Six top pros unveil the bodies that propelled them to Olympic medals and world championships.


Six top pros unveil the bodies that propelled them to Olympic medals and world championships.

Photographs by Scott Draper.

This article was originally published in the Sep./Oct. 2013 issue of Inside Triathlon magazine.

The rules for winning a triathlon are pretty straightforward, but athletes use their bodies to swim, bike and run to victory in a variety of ways. We asked some of the best on the planet—world champions and Olympic medalists—to reveal the bodies they’ve relied on for their performances, and the differences are staggering. As Sebastian Kienle puts it, “It’s not how it looks from the outside, but how it works from the inside.” And these six bodies simply work.

Leanda Cave

2012 Ironman and Ironman 70.3 World Champion

“I don’t have this vision in my head of me being a machine when I’m racing. … When I’m racing, I feel like I’m dancing. I see myself as floating across the floor and being as effortless as I can be, and as efficient as I can be.”

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Craig Alexander

Three-time Ironman World Champion

“I remember in 2008, a few people commented about five weeks before the race in Hawaii [the first of his three Kona wins] how lean I looked, so I started having a beer or two every night with dinner, just more calories, supplement the calorie intake. When I’m in heavy training, I always supplement the calories between meals with protein shakes, trying to get good calories in. I’m not really jumping on the scales. But my wife will often say—she can tell when I’m ready to race. My cheek bones or something become more pronounced, I get drawn in in the face. But I really don’t pay attention to that. For me, it’s about getting up every day and doing the work that I need to do.”

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Erin Densham

2012 Olympic Bronze Medalist

“I know at the moment I am so far from being in peak shape that it’s almost not funny. … I could go out and race, I guess. But to be in a position to race and win or to be competitive is a completely different thing [than] just participating. I know I would do well, but I wouldn’t be at my best. And I want to go out there, and I want to be able to win, and I want to strive to win. … I’m a long way from that, so I’ve had to sort of readjust my program a little bit.”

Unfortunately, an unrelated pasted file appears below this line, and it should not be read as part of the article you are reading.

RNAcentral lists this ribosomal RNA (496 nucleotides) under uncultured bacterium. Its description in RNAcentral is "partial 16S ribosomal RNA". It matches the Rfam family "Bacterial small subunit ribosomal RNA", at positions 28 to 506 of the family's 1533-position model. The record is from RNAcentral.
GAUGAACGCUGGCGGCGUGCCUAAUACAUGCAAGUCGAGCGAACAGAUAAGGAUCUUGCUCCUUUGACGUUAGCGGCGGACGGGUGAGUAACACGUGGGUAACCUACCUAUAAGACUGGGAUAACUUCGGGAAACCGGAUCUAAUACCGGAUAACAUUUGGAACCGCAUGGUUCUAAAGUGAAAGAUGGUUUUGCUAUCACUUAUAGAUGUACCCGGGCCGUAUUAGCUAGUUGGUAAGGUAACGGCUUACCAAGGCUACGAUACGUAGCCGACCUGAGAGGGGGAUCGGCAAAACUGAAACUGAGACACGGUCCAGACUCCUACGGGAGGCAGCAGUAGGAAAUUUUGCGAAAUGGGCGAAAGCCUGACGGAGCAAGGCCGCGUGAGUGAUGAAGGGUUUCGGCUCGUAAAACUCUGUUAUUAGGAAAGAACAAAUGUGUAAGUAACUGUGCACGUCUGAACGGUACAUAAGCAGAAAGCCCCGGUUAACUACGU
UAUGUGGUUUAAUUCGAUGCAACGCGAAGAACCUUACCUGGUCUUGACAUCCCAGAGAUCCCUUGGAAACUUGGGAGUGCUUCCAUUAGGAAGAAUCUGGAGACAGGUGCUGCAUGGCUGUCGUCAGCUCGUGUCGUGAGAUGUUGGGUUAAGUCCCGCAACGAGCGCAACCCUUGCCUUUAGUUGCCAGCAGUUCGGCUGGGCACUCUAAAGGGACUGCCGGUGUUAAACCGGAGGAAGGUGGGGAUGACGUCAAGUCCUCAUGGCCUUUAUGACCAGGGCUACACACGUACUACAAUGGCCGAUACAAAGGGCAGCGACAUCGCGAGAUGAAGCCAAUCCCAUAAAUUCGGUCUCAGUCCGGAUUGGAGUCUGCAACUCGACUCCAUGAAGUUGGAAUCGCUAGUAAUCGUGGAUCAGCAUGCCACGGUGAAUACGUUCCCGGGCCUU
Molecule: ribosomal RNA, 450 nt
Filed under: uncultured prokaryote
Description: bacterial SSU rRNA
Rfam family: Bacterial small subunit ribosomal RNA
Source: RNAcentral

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Javier Gomez

2012 Olympic Silver Medalist

“I like to work on drills and lots of technique, specific exercises that help you to run better, of course, but also to prevent injuries and have stronger ankles, knees, and for the hip. It’s very important, especially in a sport like triathlon, which is pretty aggressive. Running off the bike [requires] a strong body.”

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Sebastian Kienle

Two-time Ironman 70.3 World Champion

“I just started to do more strength training for the swim because we realized that it’s actually one of my weak spots. Sometimes the muscles you see are not the ones that are bringing a lot of power. It’s interesting that it’s that way. Like when you see body builders [with] huge muscles. But I don’t think that they could swim 2,000 meters faster than me. So it’s not how it looks from the outside, but it’s how it works from the inside.”

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Mirinda Carfrae

Two-time Ironman World Champion

“Coming from basketball, I carried a little bit more fat and a bit more muscle bulk. Olympic-distance racing, my body didn’t change a whole lot, I maybe dropped a little bit of muscle. And then the longer I’ve gone [in triathlon] it seemed [the more] my muscles have become really lean. So anything that was not 100 percent needed just seems to have been gotten rid of. I feel like the more Ironmans I do, the leaner I’ve become, and it’s become kind of a battle to sort of keep the weight on throughout the year. Ironman really seems to just strip you down to bones and only the muscle bulk that’s absolutely necessary to get you through the race.”

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